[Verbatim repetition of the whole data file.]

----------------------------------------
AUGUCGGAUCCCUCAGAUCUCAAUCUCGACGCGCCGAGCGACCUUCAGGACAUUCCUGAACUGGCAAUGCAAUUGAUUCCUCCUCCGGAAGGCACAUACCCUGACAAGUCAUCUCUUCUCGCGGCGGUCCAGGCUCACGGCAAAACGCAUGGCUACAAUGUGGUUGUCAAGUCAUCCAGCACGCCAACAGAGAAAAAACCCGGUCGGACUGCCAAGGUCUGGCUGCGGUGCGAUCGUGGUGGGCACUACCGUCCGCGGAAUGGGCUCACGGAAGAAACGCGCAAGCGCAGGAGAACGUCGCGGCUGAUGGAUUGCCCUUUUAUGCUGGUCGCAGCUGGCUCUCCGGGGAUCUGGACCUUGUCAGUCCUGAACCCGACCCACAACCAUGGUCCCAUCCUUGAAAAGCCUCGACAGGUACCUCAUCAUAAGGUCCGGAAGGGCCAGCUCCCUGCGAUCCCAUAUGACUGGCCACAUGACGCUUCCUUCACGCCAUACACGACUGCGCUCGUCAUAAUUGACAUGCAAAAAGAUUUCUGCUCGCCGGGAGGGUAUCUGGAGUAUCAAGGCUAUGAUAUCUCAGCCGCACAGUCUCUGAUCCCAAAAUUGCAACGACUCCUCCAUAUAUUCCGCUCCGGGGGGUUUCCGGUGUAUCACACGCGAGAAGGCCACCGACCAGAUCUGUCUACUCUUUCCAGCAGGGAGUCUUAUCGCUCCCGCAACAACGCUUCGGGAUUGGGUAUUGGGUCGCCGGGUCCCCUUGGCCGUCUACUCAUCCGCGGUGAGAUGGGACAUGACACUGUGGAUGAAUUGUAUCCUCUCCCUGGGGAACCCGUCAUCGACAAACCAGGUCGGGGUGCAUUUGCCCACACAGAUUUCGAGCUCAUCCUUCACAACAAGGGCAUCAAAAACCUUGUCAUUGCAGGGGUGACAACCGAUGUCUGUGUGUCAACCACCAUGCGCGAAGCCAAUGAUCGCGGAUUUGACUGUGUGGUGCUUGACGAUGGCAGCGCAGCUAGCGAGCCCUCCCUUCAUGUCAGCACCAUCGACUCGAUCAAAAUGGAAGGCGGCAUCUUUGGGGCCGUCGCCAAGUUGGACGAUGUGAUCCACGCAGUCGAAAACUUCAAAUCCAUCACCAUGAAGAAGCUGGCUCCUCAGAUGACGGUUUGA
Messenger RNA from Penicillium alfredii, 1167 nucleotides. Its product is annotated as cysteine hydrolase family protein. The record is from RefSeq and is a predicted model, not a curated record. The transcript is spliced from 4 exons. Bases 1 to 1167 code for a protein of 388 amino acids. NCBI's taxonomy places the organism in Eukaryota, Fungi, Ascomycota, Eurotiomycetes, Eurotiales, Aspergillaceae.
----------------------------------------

AUGUCGGAUCCCUCAGAUCUCAAUCUCGACGCGCCGAGCGACCUUCAGGACAUUCCUGAACUGGCAAUGCAAUUGAUUCCUCCUCCGGAAGGCACAUACCCUGACAAGUCAUCUCUUCUCGCGGCGGUCCAGGCUCACGGCAAAACGCAUGGCUACAAUGUGGUUGUCAAGUCAUCCAGCACGCCAACAGAGAAAAAACCCGGUCGGACUGCCAAGGUCUGGCUGCGGUGCGAUCGUGGUGGGCACUACCGUCCGCGGAAUGGGCUCACGGAAGAAACGCGCAAGCGCAGGAGAACGUCGCGGCUGAUGGAUUGCCCUUUUAUGCUGGUCGCAGCUGGCUCUCCGGGGAUCUGGACCUUGUCAGUCCUGAACCCGACCCACAACCAUGGUCCCAUCCUUGAAAAGCCUCGACAGGUACCUCAUCAUAAGGUCCGGAAGGGCCAGCUCCCUGCGAUCCCAUAUGACUGGCCACAUGACGCUUCCUUCACGCCAUACACGACUGCGCUCGUCAUAAUUGACAUGCAAAAAGAUUUCUGCUCGCCGGGAGGGUAUCUGGAGUAUCAAGGCUAUGAUAUCUCAGCCGCACAGUCUCUGAUCCCAAAAUUGCAACGACUCCUCCAUAUAUUCCGCUCCGGGGGGUUUCCGGUGUAUCACACGCGAGAAGGCCACCGACCAGAUCUGUCUACUCUUUCCAGCAGGGAGUCUUAUCGCUCCCGCAACAACGCUUCGGGAUUGGGUAUUGGGUCGCCGGGUCCCCUUGGCCGUCUACUCAUCCGCGGUGAGAUGGGACAUGACACUGUGGAUGAAUUGUAUCCUCUCCCUGGGGAACCCGUCAUCGACAAACCAGGUCGGGGUGCAUUUGCCCACACAGAUUUCGAGCUCAUCCUUCACAACAAGGGCAUCAAAAACCUUGUCAUUGCAGGGGUGACAACCGAUGUCUGUGUGUCAACCACCAUGCGCGAAGCCAAUGAUCGCGGAUUUGACUGUGUGGUGCUUGACGAUGGCAGCGCAGCUAGCGAGCCCUCCCUUCAUGUCAGCACCAUCGACUCGAUCAAAAUGGAAGGCGGCAUCUUUGGGGCCGUCGCCAAGUUGGACGAUGUGAUCCACGCAGUCGAAAACUUCAAAUCCAUCACCAUGAAGAAGCUGGCUCCUCAGAUGACGGUUUGA
Messenger RNA from Penicillium alfredii, 1167 nucleotides. Its product is annotated as cysteine hydrolase family protein. The record is from RefSeq and is a predicted model, not a curated record. The transcript is spliced from 4 exons. Bases 1 to 1167 code for a protein of 388 amino acids. NCBI's taxonomy places the organism in Eukaryota, Fungi, Ascomycota, Eurotiomycetes, Eurotiales, Aspergillaceae.